Forest SanghaNewsletter October 1997

Wings of the Eagle; Ajahn Jayasaro
Living in Faith; tudong - faith & vulnerability.
Universal Loving Kindness; Ajahn Sumedho, 1996.
Beyond Belief; Ajahn Candasiri
Mindfulness & Clear Comprehension, Ajahn Sucitto
Peace on Earth; Ajahn Candasiri
Signs of Change:


Beyond Belief

This summer Ajahn Candasiri helped toconduct a Christian/Buddhist retreat at Worth Abbey in East Sussex. Sheoffers some reflections on the event.

Having been brought up in a nominally Christian culture, I attended churchregularly and passed through its traditional rites of passage. Although therewas already quite a deep sense of devotion and reverence for the mystery ofthe sacraments, in my late teens I entered a period of disaffection. It wasas though the transition to adulthood required some sort of rebellion against'the believed', and a plunging into the experience of life itself.Fortunately it wasn't long before the limitation of the worldly pleasures ineasing the sorrows and difficulties of human existence became quite obvious,and I began to be interested in meditation. Over time there was a gradualrekindling of interest in Christian spirituality, and I was blessed with goodfriends and guides along the way. However, in spite of such blessings, Icould find no way of reconciling what I perceived to be the ideal ofspiritual life with the pathetic struggles of the mind and heart towardsactually living it.

At the time, there were neither the concepts nor the words to expressit, but basically it was a case of dukkha being thoroughly tasted. So theheart was well primed for the Buddha's teaching of Dukkha, and the Way to EndDukkha; it says in the Upanisa Sutta that 'Suffering brings faith' (KindredSayings: Ch xii, On Cause 3.23). I attended a ten-day retreat with AjahnSumedho, and it became obvious that this was the Path I needed to follow.There was no turning back. The retreat enabled insight into the teachings andpractices of Theravada Buddhism, but it also, to my surprise brought newlight into the teachings of the Christian gospels; I could see that at somelevel these teachings were pointing to a way of life and renunciation thatseemed to accord more or less exactly with the Way that I had just discoveredin Buddhism.

One thing led to another in what felt like a truly awesome andmiraculous process and now, after almost two decades of practice as a nun inthe Buddhist monastic communities of Chithurst and Amaravati, an opportunityhas arisen to present Buddhist teachings in the context of aChristian/Buddhist retreat.This is the second year that I have participatedin such a retreat at Worth Abbey in East Sussex. Father Roger Bacon, whoseinspiration this has been, encouraged and 'engineered' the event. I sharedthe responsibility for guiding the retreat with Elizabeth West, who hadformerly been a nun for 25 years and is now resident at the ChristianMeditation Centre in London.
The retreat itself fostered no such prejudice; it was not an exercise in'comparing and contrasting' the two traditions. Rather, it was an opportunityto find and to rest in the silence that is beyond words, images or concepts.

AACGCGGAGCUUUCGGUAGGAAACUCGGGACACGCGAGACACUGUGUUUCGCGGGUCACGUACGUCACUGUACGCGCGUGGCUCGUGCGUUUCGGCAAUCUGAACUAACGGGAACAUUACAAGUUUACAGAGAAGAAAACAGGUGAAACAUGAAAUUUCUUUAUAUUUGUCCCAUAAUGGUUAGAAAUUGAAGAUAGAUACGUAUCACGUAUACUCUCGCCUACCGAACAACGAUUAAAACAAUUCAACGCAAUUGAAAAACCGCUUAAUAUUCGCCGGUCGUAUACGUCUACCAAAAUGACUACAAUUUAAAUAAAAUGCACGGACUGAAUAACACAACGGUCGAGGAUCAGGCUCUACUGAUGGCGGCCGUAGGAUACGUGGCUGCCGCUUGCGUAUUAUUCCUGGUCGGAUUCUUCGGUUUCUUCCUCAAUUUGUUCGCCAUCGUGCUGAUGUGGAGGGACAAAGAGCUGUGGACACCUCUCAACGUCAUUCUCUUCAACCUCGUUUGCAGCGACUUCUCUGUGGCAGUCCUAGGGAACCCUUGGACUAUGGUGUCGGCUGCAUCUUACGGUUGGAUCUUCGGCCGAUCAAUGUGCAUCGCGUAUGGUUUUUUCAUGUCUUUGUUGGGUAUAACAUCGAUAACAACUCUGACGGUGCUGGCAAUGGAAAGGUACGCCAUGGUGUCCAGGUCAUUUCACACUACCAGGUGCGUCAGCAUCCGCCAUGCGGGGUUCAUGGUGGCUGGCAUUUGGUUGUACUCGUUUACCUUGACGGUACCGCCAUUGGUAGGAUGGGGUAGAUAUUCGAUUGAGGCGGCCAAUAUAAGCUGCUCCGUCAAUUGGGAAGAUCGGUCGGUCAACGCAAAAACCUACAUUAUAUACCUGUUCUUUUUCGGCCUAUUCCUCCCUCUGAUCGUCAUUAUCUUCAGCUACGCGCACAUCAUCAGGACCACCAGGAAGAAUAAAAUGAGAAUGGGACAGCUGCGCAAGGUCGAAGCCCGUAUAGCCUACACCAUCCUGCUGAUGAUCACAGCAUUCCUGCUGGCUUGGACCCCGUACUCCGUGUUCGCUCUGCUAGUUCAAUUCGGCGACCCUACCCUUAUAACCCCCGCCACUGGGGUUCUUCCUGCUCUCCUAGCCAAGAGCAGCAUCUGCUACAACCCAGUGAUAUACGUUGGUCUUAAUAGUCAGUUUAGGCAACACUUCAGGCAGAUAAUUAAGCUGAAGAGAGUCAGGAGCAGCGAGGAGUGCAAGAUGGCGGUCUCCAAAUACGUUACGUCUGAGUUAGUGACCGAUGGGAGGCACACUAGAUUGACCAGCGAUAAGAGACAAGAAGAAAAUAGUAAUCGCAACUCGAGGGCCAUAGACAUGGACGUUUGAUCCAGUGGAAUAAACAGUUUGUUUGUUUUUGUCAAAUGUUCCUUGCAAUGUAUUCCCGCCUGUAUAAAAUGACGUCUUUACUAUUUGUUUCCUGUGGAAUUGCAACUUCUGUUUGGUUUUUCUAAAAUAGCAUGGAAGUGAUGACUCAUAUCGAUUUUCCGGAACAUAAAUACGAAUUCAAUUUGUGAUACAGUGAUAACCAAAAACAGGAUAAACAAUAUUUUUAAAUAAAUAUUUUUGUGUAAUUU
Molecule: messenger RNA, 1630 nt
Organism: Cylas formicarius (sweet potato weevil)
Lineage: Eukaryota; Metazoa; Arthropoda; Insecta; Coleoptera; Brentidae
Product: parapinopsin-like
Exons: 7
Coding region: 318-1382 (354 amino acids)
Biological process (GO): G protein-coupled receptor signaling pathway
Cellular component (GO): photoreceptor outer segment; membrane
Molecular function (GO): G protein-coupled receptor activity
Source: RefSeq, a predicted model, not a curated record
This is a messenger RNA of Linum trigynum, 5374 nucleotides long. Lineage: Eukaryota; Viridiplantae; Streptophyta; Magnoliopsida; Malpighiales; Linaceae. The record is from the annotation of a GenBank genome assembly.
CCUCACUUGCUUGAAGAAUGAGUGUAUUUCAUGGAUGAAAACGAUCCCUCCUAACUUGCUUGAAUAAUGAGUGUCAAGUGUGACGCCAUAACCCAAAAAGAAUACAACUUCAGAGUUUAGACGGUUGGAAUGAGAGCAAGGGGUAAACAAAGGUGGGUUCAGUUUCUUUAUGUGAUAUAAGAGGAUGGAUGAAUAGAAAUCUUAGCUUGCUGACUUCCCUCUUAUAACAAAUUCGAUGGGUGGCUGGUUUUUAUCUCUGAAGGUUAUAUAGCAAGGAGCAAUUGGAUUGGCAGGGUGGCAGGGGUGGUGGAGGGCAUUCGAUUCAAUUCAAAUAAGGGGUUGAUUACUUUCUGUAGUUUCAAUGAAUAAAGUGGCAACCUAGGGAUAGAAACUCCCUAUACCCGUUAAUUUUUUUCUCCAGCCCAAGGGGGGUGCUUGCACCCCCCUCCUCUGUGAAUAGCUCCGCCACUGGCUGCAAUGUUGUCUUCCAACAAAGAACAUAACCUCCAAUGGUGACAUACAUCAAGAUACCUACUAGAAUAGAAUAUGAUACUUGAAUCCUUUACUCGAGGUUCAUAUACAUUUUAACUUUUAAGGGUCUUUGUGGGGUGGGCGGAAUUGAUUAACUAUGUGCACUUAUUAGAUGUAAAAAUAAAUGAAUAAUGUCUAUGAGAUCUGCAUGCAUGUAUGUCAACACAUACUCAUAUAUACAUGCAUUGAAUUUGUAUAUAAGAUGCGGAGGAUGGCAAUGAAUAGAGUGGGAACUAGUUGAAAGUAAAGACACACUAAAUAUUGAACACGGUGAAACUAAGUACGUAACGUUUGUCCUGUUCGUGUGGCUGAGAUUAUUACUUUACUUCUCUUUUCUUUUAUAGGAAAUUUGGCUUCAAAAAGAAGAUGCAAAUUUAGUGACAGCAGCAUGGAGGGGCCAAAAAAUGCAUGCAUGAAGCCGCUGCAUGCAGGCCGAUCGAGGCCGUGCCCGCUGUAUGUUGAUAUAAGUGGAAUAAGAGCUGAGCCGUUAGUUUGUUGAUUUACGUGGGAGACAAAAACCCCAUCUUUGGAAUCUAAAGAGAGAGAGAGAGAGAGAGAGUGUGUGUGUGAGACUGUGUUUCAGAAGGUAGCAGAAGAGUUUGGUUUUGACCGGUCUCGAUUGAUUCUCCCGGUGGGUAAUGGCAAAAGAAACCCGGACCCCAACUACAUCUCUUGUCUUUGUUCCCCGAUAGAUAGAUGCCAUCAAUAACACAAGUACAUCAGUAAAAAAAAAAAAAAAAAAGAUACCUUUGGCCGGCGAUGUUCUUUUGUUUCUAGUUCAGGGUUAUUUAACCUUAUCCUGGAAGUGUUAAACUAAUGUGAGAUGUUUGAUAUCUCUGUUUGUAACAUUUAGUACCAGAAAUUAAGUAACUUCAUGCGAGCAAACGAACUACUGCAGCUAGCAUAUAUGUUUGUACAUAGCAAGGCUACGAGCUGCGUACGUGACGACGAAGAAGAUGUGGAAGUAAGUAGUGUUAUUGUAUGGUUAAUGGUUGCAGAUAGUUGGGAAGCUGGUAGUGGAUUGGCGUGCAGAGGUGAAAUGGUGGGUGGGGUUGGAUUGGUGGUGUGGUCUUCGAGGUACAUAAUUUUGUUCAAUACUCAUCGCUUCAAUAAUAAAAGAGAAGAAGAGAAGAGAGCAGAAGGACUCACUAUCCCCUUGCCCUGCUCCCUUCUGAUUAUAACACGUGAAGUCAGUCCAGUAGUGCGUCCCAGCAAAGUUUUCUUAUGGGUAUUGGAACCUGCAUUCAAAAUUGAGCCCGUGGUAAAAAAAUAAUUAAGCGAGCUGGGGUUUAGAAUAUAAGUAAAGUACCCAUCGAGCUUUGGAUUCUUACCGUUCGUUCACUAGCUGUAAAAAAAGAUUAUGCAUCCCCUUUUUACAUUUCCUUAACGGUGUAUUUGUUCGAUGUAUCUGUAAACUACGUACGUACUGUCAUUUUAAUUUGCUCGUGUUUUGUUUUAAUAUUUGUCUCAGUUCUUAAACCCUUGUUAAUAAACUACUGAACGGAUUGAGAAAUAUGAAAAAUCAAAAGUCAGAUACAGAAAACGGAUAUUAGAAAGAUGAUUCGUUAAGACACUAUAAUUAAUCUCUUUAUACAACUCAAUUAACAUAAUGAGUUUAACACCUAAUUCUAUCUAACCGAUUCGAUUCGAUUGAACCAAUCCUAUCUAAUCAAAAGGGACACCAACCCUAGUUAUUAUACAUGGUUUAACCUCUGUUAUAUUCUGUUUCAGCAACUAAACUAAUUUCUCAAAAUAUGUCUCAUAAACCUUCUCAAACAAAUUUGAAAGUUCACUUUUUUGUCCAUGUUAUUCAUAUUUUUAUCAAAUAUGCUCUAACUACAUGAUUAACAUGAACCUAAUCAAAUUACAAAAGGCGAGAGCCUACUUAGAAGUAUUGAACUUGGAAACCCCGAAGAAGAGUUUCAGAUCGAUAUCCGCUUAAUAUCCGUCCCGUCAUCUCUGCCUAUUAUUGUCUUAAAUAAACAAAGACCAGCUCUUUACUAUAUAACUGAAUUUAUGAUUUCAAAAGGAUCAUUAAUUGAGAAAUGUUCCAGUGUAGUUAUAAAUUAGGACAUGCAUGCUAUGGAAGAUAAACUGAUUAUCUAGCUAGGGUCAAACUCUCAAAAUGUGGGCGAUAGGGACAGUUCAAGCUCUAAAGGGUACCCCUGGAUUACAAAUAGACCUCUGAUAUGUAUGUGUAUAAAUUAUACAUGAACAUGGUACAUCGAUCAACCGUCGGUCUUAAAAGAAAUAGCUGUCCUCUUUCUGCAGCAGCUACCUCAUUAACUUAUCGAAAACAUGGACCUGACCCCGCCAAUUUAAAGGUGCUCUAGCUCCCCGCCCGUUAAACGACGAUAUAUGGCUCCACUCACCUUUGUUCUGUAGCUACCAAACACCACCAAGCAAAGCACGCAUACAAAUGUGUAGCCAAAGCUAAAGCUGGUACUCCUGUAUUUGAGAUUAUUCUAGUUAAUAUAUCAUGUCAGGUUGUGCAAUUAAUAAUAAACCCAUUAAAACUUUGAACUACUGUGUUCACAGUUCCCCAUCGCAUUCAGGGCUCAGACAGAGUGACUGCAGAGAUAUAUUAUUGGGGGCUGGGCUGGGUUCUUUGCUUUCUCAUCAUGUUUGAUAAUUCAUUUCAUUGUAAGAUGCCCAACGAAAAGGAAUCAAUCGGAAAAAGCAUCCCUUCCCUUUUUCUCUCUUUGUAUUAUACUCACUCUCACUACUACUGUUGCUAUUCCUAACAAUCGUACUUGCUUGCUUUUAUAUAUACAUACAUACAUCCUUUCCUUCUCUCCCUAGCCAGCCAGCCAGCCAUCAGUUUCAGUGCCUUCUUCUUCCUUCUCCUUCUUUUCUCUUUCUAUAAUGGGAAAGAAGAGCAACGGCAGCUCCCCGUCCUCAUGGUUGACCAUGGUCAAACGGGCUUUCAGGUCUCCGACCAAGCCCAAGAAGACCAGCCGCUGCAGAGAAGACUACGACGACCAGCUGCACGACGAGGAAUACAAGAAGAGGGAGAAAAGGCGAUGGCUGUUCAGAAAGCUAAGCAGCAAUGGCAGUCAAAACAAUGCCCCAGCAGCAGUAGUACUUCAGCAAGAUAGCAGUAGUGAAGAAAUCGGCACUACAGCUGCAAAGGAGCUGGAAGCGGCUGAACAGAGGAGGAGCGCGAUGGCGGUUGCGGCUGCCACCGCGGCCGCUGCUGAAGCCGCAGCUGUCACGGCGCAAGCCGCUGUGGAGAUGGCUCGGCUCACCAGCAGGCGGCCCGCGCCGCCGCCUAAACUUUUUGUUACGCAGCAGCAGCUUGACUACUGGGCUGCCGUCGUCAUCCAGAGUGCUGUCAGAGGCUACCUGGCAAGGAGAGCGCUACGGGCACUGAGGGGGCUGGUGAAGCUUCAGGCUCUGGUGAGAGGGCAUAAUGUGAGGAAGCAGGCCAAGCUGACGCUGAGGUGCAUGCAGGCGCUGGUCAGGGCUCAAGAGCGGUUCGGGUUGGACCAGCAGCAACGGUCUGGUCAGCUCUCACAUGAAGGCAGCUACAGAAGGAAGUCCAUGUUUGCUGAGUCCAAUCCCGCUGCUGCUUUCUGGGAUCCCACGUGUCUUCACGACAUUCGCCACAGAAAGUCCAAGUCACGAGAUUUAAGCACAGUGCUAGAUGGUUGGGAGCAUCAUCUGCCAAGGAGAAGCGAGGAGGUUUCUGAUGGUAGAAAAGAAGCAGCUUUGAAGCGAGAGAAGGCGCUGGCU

I have to admit that such a retreat is not a completely comfortableexperience for me. Last year I had found that the juxtaposition of a Buddharupa and icon of Christ on the main shrine felt strange almost as thoughthe reverence one wished to accord these remarkable beings could only beadequately expressed on separate shrines. This was what I had planned tosuggest for this year, with the central shrine simple: no image justcandles, incense and flowers. Interestingly, it was soon clear that Elizabethhad had exactly the opposite vision of how it should be, and a young friendhad made a painting to represent that vision: Jesus Christ and the Buddhastanding in an attitude of friendship, presenting teachings side by side. Itis an image that is challenging (even shocking) for some, while for others itbrought a sense of relief, even delight. Why should they not be there at thesame level? It represented a challenge to any Christians who might have hadthe view that the Buddha was "only an ordinary human being, who is now dead";similarly for Buddhists, who might have been tempted to speak of Jesus as,"only a bodhisattva who probably learnt what he knew from Buddhistsanyway!" Needless to say, the retreat itself fostered no such prejudice; itwas not an exercise in 'comparing and contrasting' the two traditions.Rather, it was an opportunity to find and to rest in the silence that isbeyond words, images or concepts. Of the 40 or so people who attended theretreat, the majority were practising Christians, many of them with analready well established meditation practice. There were also Buddhists whohad followed a similar path to my own and felt the need to review theirrelationship with the Christian doctrines and observances they had moved awayfrom. Several had attended similar retreats before others had had little orno experience of meditation.